Creating a fantastic edible basket is easy, with the right ingredients. First you need a basket that you can work with. I want as much surface area as possible so my plants have room to grow. This means I use the sides and bottom as well as the top. You need to take root space into consideration too but using a mix including shallow rooted plants allows for more plants in a basket. The basket in the picture has not had a chance to fill out, once the weather improves (like we get some sun) I expect it to bush out more fully.
There are a lot of Chinese made moss lined baskets on the market for around $30 which have tightly woven mesh. I have tried to use these with moderate success - I lost approximately half the herbs I tried to plant in the sides. I opt for Canadian made wire baskets with more working space between the wires. I also use bulk moss or a coir matt (grass or coconut). Surprisingly, building your own basket using bulk moss and bare wire baskets is a little more expensive however the results are better, and perhaps a little more satisfying.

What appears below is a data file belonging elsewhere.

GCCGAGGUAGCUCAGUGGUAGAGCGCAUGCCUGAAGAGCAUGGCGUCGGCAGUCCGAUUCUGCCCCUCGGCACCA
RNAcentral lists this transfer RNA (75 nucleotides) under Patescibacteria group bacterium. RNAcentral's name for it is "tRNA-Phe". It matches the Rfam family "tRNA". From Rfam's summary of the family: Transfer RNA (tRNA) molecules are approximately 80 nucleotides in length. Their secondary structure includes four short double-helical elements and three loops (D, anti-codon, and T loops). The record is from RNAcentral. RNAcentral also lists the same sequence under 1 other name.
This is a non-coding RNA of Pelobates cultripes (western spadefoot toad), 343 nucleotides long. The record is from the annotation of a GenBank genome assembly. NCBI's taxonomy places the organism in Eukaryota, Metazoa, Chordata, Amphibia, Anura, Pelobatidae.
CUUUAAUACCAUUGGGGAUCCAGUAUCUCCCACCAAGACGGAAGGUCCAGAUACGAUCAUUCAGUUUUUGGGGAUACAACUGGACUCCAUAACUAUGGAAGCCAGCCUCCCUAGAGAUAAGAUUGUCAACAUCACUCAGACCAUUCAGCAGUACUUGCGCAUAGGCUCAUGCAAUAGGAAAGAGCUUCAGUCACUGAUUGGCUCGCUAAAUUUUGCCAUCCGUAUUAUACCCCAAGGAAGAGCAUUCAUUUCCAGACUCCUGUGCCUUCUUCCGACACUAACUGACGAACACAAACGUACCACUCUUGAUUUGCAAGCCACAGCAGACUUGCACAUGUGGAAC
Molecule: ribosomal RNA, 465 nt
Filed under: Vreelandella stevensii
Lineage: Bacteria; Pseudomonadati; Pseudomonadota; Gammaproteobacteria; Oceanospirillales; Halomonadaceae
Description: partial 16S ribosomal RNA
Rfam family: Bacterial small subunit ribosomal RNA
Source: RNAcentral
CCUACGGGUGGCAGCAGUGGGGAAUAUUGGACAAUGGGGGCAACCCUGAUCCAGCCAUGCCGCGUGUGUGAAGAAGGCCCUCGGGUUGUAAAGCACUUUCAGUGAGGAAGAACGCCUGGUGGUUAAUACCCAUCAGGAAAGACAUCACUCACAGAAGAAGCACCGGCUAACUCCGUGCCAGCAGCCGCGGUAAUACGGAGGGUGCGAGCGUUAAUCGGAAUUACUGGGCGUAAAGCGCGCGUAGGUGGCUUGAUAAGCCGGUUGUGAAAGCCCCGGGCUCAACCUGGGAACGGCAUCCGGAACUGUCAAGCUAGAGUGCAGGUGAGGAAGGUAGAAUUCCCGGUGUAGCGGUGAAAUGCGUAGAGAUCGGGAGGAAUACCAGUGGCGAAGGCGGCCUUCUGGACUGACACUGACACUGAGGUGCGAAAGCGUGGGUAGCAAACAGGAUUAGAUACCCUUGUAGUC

For those of you living in Vancouver, I am teaching a 1.5 hour Edible Hanging Basket Workshop at Orling & Wu in Gastown on July 2, 2012. Everyone will be taking home their own basket with a delicious array of herbs, veggies, and edible flowers.
The seedings I am currently growing for the workshop include: thyme, rosemary, cut & come again lettuce, tomatoes (of course), miniature white cucumbers, peas, nasturtiums, lavender and violas.
Participants will also learn how to make an eco friendly newspaper pot for propagating seeds, and some of the basics for seed propagation.
They will not only take home their own edible hanging basket but, included in the price are seeds they can start themselves for succession planting or growing next year (seeds can be used for up to 2-3 years) and their own newspaper pot with freshly planted seeds.
We are introducing the workshops at a special low rate of $75.